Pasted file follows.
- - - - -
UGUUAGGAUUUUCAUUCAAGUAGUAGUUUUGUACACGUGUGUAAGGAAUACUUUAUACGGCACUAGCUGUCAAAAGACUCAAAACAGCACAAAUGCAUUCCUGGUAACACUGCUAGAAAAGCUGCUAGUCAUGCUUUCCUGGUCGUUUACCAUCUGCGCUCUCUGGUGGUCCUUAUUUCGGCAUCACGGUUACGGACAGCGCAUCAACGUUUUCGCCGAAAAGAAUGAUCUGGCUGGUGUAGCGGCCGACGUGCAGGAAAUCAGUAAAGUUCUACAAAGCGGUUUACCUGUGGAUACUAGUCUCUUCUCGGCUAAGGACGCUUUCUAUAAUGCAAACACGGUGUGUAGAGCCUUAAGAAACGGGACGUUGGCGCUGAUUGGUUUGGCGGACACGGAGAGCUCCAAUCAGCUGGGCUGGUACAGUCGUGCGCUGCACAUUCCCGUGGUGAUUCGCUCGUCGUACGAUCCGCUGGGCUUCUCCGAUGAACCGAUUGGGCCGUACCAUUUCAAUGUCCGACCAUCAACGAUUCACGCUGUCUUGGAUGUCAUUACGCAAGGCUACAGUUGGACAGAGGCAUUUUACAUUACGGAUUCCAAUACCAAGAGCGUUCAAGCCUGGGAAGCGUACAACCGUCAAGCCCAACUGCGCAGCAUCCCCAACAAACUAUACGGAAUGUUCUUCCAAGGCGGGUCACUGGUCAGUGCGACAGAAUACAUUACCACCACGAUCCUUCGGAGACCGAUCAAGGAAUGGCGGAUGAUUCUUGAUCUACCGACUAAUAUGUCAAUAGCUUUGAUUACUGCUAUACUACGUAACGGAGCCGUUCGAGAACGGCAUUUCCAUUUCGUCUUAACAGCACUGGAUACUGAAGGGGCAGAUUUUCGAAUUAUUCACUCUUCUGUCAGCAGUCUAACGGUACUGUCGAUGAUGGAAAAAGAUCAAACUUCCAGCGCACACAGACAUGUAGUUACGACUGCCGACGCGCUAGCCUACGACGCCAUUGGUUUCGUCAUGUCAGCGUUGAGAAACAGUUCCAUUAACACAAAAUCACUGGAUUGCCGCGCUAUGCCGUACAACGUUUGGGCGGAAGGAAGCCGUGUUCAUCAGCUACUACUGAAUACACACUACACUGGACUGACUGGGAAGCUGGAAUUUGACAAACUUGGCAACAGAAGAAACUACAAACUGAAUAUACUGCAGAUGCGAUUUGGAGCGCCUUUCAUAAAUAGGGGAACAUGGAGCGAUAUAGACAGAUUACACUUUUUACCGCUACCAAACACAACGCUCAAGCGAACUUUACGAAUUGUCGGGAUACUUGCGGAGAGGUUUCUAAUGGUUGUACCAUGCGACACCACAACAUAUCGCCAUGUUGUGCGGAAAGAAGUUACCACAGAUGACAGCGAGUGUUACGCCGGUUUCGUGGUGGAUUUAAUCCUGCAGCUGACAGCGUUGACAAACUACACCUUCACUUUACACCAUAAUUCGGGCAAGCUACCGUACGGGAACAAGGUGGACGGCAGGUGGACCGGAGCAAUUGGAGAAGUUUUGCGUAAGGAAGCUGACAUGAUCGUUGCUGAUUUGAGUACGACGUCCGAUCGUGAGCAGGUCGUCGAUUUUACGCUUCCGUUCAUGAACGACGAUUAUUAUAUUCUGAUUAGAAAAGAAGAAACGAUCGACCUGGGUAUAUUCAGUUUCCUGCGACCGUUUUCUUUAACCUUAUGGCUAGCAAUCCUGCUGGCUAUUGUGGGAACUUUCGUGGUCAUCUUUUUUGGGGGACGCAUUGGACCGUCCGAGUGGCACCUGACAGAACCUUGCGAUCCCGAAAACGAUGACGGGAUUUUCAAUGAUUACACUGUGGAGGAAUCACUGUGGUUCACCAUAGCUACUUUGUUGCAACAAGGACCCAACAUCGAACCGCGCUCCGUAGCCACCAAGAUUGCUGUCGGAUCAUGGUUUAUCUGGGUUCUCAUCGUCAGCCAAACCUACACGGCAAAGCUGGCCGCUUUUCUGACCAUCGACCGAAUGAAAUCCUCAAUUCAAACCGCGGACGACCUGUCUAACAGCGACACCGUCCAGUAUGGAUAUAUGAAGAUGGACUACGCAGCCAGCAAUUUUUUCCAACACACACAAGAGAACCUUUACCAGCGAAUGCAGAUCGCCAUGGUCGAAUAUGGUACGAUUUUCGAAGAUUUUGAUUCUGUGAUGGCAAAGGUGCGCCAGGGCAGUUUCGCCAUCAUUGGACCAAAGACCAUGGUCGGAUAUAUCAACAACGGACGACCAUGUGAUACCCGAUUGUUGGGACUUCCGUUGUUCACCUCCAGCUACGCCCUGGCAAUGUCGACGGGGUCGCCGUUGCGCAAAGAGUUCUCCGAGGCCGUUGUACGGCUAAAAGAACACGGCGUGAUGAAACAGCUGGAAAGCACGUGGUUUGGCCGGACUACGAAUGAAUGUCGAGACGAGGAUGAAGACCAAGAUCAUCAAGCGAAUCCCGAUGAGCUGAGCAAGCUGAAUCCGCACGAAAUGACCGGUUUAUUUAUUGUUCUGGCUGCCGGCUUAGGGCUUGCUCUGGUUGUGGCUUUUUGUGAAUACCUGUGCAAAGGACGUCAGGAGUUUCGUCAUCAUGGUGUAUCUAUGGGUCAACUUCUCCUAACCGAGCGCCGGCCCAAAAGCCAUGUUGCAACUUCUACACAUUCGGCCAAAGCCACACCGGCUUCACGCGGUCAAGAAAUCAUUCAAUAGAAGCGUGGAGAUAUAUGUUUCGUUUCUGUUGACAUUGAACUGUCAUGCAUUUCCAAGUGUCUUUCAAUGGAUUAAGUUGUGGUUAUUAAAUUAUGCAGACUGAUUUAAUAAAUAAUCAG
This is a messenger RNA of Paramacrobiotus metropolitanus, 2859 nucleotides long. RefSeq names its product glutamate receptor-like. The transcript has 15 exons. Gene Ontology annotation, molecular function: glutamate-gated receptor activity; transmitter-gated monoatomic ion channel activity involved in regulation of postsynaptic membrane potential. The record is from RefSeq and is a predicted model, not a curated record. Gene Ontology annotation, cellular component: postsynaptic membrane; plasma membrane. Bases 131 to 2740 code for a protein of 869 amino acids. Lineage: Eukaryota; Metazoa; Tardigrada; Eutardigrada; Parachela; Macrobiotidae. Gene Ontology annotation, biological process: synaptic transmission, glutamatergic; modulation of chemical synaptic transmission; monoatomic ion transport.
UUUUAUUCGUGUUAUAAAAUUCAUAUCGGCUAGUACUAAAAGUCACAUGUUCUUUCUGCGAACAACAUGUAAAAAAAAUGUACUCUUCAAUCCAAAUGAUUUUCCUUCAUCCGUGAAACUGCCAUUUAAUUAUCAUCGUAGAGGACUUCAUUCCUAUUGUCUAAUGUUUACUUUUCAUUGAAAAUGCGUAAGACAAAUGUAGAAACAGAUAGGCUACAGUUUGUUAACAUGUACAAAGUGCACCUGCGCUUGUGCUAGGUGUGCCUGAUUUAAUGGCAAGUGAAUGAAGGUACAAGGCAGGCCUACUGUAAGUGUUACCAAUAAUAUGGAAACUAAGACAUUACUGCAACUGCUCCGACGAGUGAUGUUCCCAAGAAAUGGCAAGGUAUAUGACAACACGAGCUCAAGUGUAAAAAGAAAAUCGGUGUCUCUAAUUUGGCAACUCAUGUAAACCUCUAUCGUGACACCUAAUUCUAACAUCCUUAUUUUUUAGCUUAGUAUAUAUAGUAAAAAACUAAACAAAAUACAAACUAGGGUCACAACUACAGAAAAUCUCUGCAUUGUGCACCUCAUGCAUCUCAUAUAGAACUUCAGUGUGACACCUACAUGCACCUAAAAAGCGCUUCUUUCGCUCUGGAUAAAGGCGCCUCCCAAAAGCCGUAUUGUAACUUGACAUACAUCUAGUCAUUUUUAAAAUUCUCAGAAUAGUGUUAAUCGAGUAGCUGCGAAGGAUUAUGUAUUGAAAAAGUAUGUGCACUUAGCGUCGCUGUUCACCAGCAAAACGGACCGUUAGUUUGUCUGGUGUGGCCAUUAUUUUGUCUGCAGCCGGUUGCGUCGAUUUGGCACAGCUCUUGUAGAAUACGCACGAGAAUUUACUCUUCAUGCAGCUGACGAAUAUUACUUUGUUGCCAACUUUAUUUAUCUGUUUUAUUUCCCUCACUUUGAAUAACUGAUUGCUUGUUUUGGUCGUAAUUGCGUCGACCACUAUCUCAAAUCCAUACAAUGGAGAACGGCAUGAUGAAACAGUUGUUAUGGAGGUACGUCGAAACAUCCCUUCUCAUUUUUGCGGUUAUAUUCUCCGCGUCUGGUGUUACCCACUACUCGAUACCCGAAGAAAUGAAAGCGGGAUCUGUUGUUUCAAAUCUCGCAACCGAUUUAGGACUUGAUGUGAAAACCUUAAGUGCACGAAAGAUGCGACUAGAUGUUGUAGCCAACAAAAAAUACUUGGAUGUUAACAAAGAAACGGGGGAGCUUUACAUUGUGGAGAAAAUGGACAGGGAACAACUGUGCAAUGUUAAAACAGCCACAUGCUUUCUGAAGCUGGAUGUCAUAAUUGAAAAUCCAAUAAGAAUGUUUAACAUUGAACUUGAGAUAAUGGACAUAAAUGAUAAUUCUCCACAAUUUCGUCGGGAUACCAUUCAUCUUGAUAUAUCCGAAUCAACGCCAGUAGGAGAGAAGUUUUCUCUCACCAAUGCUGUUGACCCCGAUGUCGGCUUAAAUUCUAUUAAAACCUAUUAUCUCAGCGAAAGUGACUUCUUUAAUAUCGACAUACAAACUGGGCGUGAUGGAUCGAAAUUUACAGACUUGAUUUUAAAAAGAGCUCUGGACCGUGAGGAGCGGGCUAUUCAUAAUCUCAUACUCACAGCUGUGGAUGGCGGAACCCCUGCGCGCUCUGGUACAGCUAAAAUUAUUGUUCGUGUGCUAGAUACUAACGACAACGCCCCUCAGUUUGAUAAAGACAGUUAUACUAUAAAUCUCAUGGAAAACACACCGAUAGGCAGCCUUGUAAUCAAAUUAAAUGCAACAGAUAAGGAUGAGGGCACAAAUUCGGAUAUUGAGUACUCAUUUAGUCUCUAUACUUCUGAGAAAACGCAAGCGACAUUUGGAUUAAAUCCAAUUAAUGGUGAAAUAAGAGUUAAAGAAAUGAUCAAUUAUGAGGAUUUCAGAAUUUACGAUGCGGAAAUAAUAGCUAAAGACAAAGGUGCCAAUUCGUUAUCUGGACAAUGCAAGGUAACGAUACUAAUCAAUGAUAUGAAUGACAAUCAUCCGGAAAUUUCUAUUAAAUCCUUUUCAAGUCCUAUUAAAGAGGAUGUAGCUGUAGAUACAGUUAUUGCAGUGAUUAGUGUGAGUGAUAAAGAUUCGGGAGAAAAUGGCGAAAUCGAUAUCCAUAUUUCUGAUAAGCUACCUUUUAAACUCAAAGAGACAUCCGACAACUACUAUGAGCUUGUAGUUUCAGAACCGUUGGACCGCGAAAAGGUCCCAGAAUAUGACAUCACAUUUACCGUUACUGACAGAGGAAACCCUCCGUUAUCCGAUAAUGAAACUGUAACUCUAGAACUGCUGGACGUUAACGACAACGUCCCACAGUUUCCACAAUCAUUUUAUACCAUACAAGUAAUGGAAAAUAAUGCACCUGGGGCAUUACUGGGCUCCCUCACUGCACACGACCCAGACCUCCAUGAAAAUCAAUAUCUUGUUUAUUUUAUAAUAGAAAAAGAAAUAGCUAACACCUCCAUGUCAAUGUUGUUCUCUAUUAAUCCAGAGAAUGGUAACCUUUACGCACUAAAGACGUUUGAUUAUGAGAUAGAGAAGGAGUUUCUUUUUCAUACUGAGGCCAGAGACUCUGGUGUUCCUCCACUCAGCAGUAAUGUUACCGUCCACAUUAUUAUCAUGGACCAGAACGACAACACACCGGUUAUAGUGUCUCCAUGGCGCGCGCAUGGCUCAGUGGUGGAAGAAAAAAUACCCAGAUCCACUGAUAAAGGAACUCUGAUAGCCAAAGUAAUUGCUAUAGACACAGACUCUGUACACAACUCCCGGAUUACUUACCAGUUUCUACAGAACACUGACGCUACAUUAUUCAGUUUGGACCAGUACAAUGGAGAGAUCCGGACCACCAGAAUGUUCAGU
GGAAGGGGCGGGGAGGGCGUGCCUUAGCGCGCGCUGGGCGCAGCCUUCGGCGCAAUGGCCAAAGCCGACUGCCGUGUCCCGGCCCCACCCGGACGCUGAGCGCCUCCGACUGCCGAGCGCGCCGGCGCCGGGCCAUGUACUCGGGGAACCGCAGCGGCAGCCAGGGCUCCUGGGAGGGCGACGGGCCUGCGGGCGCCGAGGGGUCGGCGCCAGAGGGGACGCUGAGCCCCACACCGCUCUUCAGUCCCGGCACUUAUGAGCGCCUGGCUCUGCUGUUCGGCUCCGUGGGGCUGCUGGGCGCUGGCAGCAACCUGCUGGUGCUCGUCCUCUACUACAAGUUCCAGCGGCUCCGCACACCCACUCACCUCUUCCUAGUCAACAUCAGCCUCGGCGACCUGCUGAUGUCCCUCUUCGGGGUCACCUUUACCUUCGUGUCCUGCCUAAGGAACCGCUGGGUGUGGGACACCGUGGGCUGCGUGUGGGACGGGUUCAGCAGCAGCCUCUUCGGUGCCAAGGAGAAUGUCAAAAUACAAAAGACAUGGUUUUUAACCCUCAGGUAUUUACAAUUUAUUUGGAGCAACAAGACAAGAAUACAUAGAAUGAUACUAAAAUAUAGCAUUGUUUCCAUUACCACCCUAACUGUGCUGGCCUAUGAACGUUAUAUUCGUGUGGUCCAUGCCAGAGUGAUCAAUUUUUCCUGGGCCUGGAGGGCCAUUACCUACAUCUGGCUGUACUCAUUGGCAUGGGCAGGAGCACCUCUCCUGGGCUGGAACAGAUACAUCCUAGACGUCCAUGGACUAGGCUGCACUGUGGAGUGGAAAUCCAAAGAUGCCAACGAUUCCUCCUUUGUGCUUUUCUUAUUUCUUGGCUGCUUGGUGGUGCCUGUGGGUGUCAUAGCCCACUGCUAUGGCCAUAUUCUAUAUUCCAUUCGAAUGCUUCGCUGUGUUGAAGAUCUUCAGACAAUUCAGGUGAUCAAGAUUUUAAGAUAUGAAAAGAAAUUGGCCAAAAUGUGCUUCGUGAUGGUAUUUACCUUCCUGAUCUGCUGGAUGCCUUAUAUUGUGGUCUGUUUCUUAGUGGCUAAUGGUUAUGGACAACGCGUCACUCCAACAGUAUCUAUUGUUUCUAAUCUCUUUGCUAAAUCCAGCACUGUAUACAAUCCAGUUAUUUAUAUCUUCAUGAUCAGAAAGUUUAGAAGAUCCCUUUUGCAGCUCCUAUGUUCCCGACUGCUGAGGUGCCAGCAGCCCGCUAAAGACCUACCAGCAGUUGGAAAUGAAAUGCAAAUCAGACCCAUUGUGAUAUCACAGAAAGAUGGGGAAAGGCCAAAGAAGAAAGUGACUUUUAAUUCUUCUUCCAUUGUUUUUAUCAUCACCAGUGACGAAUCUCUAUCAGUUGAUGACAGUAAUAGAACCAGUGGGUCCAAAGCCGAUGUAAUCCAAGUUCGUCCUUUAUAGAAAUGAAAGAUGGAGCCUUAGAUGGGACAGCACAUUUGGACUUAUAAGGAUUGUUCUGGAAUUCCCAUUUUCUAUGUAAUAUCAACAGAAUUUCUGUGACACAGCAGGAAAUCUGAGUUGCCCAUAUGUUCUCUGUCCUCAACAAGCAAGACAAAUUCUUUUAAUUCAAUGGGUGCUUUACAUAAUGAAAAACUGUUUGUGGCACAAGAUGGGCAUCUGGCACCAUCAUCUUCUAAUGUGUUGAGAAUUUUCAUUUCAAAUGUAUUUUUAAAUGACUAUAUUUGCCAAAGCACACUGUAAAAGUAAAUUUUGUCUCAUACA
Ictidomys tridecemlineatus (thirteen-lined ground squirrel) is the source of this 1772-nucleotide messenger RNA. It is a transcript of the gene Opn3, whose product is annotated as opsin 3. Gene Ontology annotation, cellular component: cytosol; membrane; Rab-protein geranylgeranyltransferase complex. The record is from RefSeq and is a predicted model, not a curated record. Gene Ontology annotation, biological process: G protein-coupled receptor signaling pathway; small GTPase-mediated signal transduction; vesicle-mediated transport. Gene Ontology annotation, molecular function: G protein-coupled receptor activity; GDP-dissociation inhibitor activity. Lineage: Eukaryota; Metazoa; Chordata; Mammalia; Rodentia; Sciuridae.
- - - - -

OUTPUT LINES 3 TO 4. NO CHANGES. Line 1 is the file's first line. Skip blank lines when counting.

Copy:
UUUUAUUCGUGUUAUAAAAUUCAUAUCGGCUAGUACUAAAAGUCACAUGUUCUUUCUGCGAACAACAUGUAAAAAAAAUGUACUCUUCAAUCCAAAUGAUUUUCCUUCAUCCGUGAAACUGCCAUUUAAUUAUCAUCGUAGAGGACUUCAUUCCUAUUGUCUAAUGUUUACUUUUCAUUGAAAAUGCGUAAGACAAAUGUAGAAACAGAUAGGCUACAGUUUGUUAACAUGUACAAAGUGCACCUGCGCUUGUGCUAGGUGUGCCUGAUUUAAUGGCAAGUGAAUGAAGGUACAAGGCAGGCCUACUGUAAGUGUUACCAAUAAUAUGGAAACUAAGACAUUACUGCAACUGCUCCGACGAGUGAUGUUCCCAAGAAAUGGCAAGGUAUAUGACAACACGAGCUCAAGUGUAAAAAGAAAAUCGGUGUCUCUAAUUUGGCAACUCAUGUAAACCUCUAUCGUGACACCUAAUUCUAACAUCCUUAUUUUUUAGCUUAGUAUAUAUAGUAAAAAACUAAACAAAAUACAAACUAGGGUCACAACUACAGAAAAUCUCUGCAUUGUGCACCUCAUGCAUCUCAUAUAGAACUUCAGUGUGACACCUACAUGCACCUAAAAAGCGCUUCUUUCGCUCUGGAUAAAGGCGCCUCCCAAAAGCCGUAUUGUAACUUGACAUACAUCUAGUCAUUUUUAAAAUUCUCAGAAUAGUGUUAAUCGAGUAGCUGCGAAGGAUUAUGUAUUGAAAAAGUAUGUGCACUUAGCGUCGCUGUUCACCAGCAAAACGGACCGUUAGUUUGUCUGGUGUGGCCAUUAUUUUGUCUGCAGCCGGUUGCGUCGAUUUGGCACAGCUCUUGUAGAAUACGCACGAGAAUUUACUCUUCAUGCAGCUGACGAAUAUUACUUUGUUGCCAACUUUAUUUAUCUGUUUUAUUUCCCUCACUUUGAAUAACUGAUUGCUUGUUUUGGUCGUAAUUGCGUCGACCACUAUCUCAAAUCCAUACAAUGGAGAACGGCAUGAUGAAACAGUUGUUAUGGAGGUACGUCGAAACAUCCCUUCUCAUUUUUGCGGUUAUAUUCUCCGCGUCUGGUGUUACCCACUACUCGAUACCCGAAGAAAUGAAAGCGGGAUCUGUUGUUUCAAAUCUCGCAACCGAUUUAGGACUUGAUGUGAAAACCUUAAGUGCACGAAAGAUGCGACUAGAUGUUGUAGCCAACAAAAAAUACUUGGAUGUUAACAAAGAAACGGGGGAGCUUUACAUUGUGGAGAAAAUGGACAGGGAACAACUGUGCAAUGUUAAAACAGCCACAUGCUUUCUGAAGCUGGAUGUCAUAAUUGAAAAUCCAAUAAGAAUGUUUAACAUUGAACUUGAGAUAAUGGACAUAAAUGAUAAUUCUCCACAAUUUCGUCGGGAUACCAUUCAUCUUGAUAUAUCCGAAUCAACGCCAGUAGGAGAGAAGUUUUCUCUCACCAAUGCUGUUGACCCCGAUGUCGGCUUAAAUUCUAUUAAAACCUAUUAUCUCAGCGAAAGUGACUUCUUUAAUAUCGACAUACAAACUGGGCGUGAUGGAUCGAAAUUUACAGACUUGAUUUUAAAAAGAGCUCUGGACCGUGAGGAGCGGGCUAUUCAUAAUCUCAUACUCACAGCUGUGGAUGGCGGAACCCCUGCGCGCUCUGGUACAGCUAAAAUUAUUGUUCGUGUGCUAGAUACUAACGACAACGCCCCUCAGUUUGAUAAAGACAGUUAUACUAUAAAUCUCAUGGAAAACACACCGAUAGGCAGCCUUGUAAUCAAAUUAAAUGCAACAGAUAAGGAUGAGGGCACAAAUUCGGAUAUUGAGUACUCAUUUAGUCUCUAUACUUCUGAGAAAACGCAAGCGACAUUUGGAUUAAAUCCAAUUAAUGGUGAAAUAAGAGUUAAAGAAAUGAUCAAUUAUGAGGAUUUCAGAAUUUACGAUGCGGAAAUAAUAGCUAAAGACAAAGGUGCCAAUUCGUUAUCUGGACAAUGCAAGGUAACGAUACUAAUCAAUGAUAUGAAUGACAAUCAUCCGGAAAUUUCUAUUAAAUCCUUUUCAAGUCCUAUUAAAGAGGAUGUAGCUGUAGAUACAGUUAUUGCAGUGAUUAGUGUGAGUGAUAAAGAUUCGGGAGAAAAUGGCGAAAUCGAUAUCCAUAUUUCUGAUAAGCUACCUUUUAAACUCAAAGAGACAUCCGACAACUACUAUGAGCUUGUAGUUUCAGAACCGUUGGACCGCGAAAAGGUCCCAGAAUAUGACAUCACAUUUACCGUUACUGACAGAGGAAACCCUCCGUUAUCCGAUAAUGAAACUGUAACUCUAGAACUGCUGGACGUUAACGACAACGUCCCACAGUUUCCACAAUCAUUUUAUACCAUACAAGUAAUGGAAAAUAAUGCACCUGGGGCAUUACUGGGCUCCCUCACUGCACACGACCCAGACCUCCAUGAAAAUCAAUAUCUUGUUUAUUUUAUAAUAGAAAAAGAAAUAGCUAACACCUCCAUGUCAAUGUUGUUCUCUAUUAAUCCAGAGAAUGGUAACCUUUACGCACUAAAGACGUUUGAUUAUGAGAUAGAGAAGGAGUUUCUUUUUCAUACUGAGGCCAGAGACUCUGGUGUUCCUCCACUCAGCAGUAAUGUUACCGUCCACAUUAUUAUCAUGGACCAGAACGACAACACACCGGUUAUAGUGUCUCCAUGGCGCGCGCAUGGCUCAGUGGUGGAAGAAAAAAUACCCAGAUCCACUGAUAAAGGAACUCUGAUAGCCAAAGUAAUUGCUAUAGACACAGACUCUGUACACAACUCCCGGAUUACUUACCAGUUUCUACAGAACACUGACGCUACAUUAUUCAGUUUGGACCAGUACAAUGGAGAGAUCCGGACCACCAGAAUGUUCAGU
GGAAGGGGCGGGGAGGGCGUGCCUUAGCGCGCGCUGGGCGCAGCCUUCGGCGCAAUGGCCAAAGCCGACUGCCGUGUCCCGGCCCCACCCGGACGCUGAGCGCCUCCGACUGCCGAGCGCGCCGGCGCCGGGCCAUGUACUCGGGGAACCGCAGCGGCAGCCAGGGCUCCUGGGAGGGCGACGGGCCUGCGGGCGCCGAGGGGUCGGCGCCAGAGGGGACGCUGAGCCCCACACCGCUCUUCAGUCCCGGCACUUAUGAGCGCCUGGCUCUGCUGUUCGGCUCCGUGGGGCUGCUGGGCGCUGGCAGCAACCUGCUGGUGCUCGUCCUCUACUACAAGUUCCAGCGGCUCCGCACACCCACUCACCUCUUCCUAGUCAACAUCAGCCUCGGCGACCUGCUGAUGUCCCUCUUCGGGGUCACCUUUACCUUCGUGUCCUGCCUAAGGAACCGCUGGGUGUGGGACACCGUGGGCUGCGUGUGGGACGGGUUCAGCAGCAGCCUCUUCGGUGCCAAGGAGAAUGUCAAAAUACAAAAGACAUGGUUUUUAACCCUCAGGUAUUUACAAUUUAUUUGGAGCAACAAGACAAGAAUACAUAGAAUGAUACUAAAAUAUAGCAUUGUUUCCAUUACCACCCUAACUGUGCUGGCCUAUGAACGUUAUAUUCGUGUGGUCCAUGCCAGAGUGAUCAAUUUUUCCUGGGCCUGGAGGGCCAUUACCUACAUCUGGCUGUACUCAUUGGCAUGGGCAGGAGCACCUCUCCUGGGCUGGAACAGAUACAUCCUAGACGUCCAUGGACUAGGCUGCACUGUGGAGUGGAAAUCCAAAGAUGCCAACGAUUCCUCCUUUGUGCUUUUCUUAUUUCUUGGCUGCUUGGUGGUGCCUGUGGGUGUCAUAGCCCACUGCUAUGGCCAUAUUCUAUAUUCCAUUCGAAUGCUUCGCUGUGUUGAAGAUCUUCAGACAAUUCAGGUGAUCAAGAUUUUAAGAUAUGAAAAGAAAUUGGCCAAAAUGUGCUUCGUGAUGGUAUUUACCUUCCUGAUCUGCUGGAUGCCUUAUAUUGUGGUCUGUUUCUUAGUGGCUAAUGGUUAUGGACAACGCGUCACUCCAACAGUAUCUAUUGUUUCUAAUCUCUUUGCUAAAUCCAGCACUGUAUACAAUCCAGUUAUUUAUAUCUUCAUGAUCAGAAAGUUUAGAAGAUCCCUUUUGCAGCUCCUAUGUUCCCGACUGCUGAGGUGCCAGCAGCCCGCUAAAGACCUACCAGCAGUUGGAAAUGAAAUGCAAAUCAGACCCAUUGUGAUAUCACAGAAAGAUGGGGAAAGGCCAAAGAAGAAAGUGACUUUUAAUUCUUCUUCCAUUGUUUUUAUCAUCACCAGUGACGAAUCUCUAUCAGUUGAUGACAGUAAUAGAACCAGUGGGUCCAAAGCCGAUGUAAUCCAAGUUCGUCCUUUAUAGAAAUGAAAGAUGGAGCCUUAGAUGGGACAGCACAUUUGGACUUAUAAGGAUUGUUCUGGAAUUCCCAUUUUCUAUGUAAUAUCAACAGAAUUUCUGUGACACAGCAGGAAAUCUGAGUUGCCCAUAUGUUCUCUGUCCUCAACAAGCAAGACAAAUUCUUUUAAUUCAAUGGGUGCUUUACAUAAUGAAAAACUGUUUGUGGCACAAGAUGGGCAUCUGGCACCAUCAUCUUCUAAUGUGUUGAGAAUUUUCAUUUCAAAUGUAUUUUUAAAUGACUAUAUUUGCCAAAGCACACUGUAAAAGUAAAUUUUGUCUCAUACA